The hook is a thing of beauty, and reminds me of a very similar song by Jimmy Buffett which tried to distill country music to its essence, "Why Don't We Get Drunk" (actually, the two songs sound quite similar but then again, why wouldn't they?) Anyway, the hook is
When I'm not drinkin'
I'm thinkin' 'bout drinkin'
When I'm not thinkin'
I'm drinkin' 'bout you

It'd be corny if it wasn't so darned good, and that's what good country pop is about. Heartfelt corniness to help you feel better when you're blue.

They also covered a really good Nick Lowe song I'd never heard before called "Without Love" - which isn't corny at all, it's actually a lyrically pretty song for the most part and I think they actually did a better job capturing that beauty than Nick did. And then that got me looking around for his contemporaries, one of whom is Nanci Griffith -- and I saw the old song "Gulf Coast Highway", which I believe is an Emmylou Harris song. But the group "Evangeline" (unfortunately not carried by Rhapsody) is the one I first heard do it and it made the hair on my head stand on end it was so beautiful. It's closer to Emmylou's version than Nanci's, but there's just a little extra something about their version (and no, I don't think it's Jimmy Buffett but he does sing the male part of the duet on the song) -- perhaps it's because it's a nosalgic song about the gulf coast sung by people who are from there and love it.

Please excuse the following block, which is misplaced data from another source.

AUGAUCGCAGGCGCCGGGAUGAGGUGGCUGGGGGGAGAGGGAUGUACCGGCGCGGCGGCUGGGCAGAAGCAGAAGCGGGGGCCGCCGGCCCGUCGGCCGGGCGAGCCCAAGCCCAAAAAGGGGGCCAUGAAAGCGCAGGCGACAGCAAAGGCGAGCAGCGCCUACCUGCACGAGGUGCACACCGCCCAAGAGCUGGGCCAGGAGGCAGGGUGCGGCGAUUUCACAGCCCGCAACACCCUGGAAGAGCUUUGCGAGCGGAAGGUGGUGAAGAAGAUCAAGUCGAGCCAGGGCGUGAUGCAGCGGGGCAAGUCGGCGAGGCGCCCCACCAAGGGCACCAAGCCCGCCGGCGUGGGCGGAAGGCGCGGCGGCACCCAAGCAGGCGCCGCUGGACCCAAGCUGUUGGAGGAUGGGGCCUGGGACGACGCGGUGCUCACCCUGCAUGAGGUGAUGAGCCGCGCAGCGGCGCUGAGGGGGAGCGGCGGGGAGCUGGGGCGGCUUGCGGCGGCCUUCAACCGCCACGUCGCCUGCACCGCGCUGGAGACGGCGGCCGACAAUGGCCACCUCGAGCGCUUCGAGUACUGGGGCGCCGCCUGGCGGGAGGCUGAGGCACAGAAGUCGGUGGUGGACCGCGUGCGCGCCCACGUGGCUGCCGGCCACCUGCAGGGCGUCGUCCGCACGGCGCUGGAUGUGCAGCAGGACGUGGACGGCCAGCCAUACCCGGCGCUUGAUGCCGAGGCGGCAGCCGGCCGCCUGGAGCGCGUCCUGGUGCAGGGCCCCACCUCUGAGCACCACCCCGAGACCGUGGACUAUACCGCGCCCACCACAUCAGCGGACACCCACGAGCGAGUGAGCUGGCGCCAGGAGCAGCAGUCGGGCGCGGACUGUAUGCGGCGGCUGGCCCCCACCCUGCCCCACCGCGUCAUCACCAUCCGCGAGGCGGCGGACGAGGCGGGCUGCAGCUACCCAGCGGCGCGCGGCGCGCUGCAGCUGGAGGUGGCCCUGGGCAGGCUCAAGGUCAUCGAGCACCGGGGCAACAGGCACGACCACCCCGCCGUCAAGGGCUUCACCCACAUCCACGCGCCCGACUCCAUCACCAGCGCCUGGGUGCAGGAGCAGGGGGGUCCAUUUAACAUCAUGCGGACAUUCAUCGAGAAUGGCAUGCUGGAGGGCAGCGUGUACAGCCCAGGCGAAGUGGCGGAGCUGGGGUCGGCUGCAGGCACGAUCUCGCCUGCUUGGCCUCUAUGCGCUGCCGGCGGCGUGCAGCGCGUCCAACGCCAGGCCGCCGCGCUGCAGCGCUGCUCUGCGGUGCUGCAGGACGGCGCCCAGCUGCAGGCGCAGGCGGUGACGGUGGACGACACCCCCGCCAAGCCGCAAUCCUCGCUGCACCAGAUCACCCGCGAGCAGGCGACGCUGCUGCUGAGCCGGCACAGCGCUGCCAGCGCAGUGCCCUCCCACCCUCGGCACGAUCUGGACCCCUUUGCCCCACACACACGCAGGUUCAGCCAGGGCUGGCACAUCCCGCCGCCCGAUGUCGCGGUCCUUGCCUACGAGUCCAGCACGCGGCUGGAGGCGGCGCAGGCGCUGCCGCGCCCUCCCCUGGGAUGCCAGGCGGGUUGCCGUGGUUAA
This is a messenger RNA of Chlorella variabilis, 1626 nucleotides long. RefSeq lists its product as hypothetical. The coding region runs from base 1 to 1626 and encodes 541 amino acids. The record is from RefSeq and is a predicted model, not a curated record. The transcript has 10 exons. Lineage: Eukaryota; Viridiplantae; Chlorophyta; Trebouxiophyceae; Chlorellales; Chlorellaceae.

Ah, the wanderings through the train of thought music world.

Wednesday, May 11, 2005

Oh Deer

Went to Mom and Dad's Sunday for Mothers Day. Did a Swiss thing. Stroganoff and Fondue. It was a nice day.